“Nr” — a cataloging number given to the tune in the collection. Many of these numbers are followed by a letter. Tunes with the same number are variants of each other, and are grouped together in the printed volumes, arranged alphabetically according to the associated letter.
“Bind” — “Volume.” In this column, hf means hardingfele, and vf means vanligfele. In the vanligfele section, area (Område) and Fylke aren't filled in.
“Side” — page (number) in the printed version.
#3.) “Ant var” gives a list of the tuners variants. (See the note under “Ant var” above.)
#4.) Each individual tune name takes you to a page containing a thumbnail of the tune, comments about the tune (in Nor. only), and the fiddle tuning. Clicking the thumbnail enlarges it. They're condensed JPEG files, and are not as clear as the originals, but are quite serviceable.
#5.) Now we go back to the main search page. Searching on “utøvernavn” with “@” gives a list of 468 people with the same columns as when using “Tradisjonsområde.” This does include the vanligfele players names, and is a good way to get access to this information.
#6.) Using “Slåttenavn” as search type (try the generic tune-name “Springar”) gives the now familiar:
“Nr; Bind; Side; Navn; Kilde; Etter; Trad; Ant var”
On most pages, there are links in tiny blue print along the top of the page. Here's a quick and dirty explanation of them.
“Hva kan søkes?” - “What can be searched for?” - you know that now.
“Søke på felestille” — “Search on fiddle-tuning,” search for tunes according to the fiddle tuning used. Here it states: “Click on the fiddle-tuning to see a list of transcriptions. (The first two don't work.)” This is because the first two tunings are the most common in both the vanligfele and hardingfele repertoires, and would return almost the entire database. This search method returns both hardingfele and vanligfele tunes.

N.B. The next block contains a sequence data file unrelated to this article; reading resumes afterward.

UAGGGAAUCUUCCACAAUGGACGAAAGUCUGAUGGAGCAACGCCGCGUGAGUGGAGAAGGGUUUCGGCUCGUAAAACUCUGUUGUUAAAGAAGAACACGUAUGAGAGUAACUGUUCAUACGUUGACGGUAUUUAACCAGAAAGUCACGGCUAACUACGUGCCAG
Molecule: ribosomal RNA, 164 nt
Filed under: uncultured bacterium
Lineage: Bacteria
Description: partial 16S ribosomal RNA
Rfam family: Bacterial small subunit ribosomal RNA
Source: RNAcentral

“Bla i bøkene” — Browse the hardingfele volumes by page number. At present, there's no similar way to browse the vanligfele volumes.
“Kommer snart” — “Coming soon,” The promised English version isn't here yet, and is one of the reasons for this article. (Tellef apologizes. There have been job related delays. No apologies are necessary. It's an extraordinary amount of work to scan in the transcriptions and type all the existing fields, decide what to put in currently empty fields, plus do the translating and other work involved.) The other stuff here is a description of what’s not finished in the vanligfele pages.
How to tell vanligfele tunes from hardingfele tunes just by looking at the listing:
Since you can't ask the database to list all the vanligfele tunes, finding them can be an interesting exercise.
1) If the listing has a “Bind” column, look to see if it's an “hf” or a “vf”.
2) If the listing includes the “Prn” (person-number): Vanligfele players are assigned numbers above 2000, while people who play hardingfele are assigned numbers under 1000.
3) Hardingfele tune names are in all capital letters, while vanligfele tunes have initial caps only.
Finding vanligfele slåtter:
The vanligfele section is not yet complete. The best way I've found to access tunes there is to do a “@” search on utøvernavn and look at the Prns. Or, if you already know the name (and their spelling) of what you want, you can use that.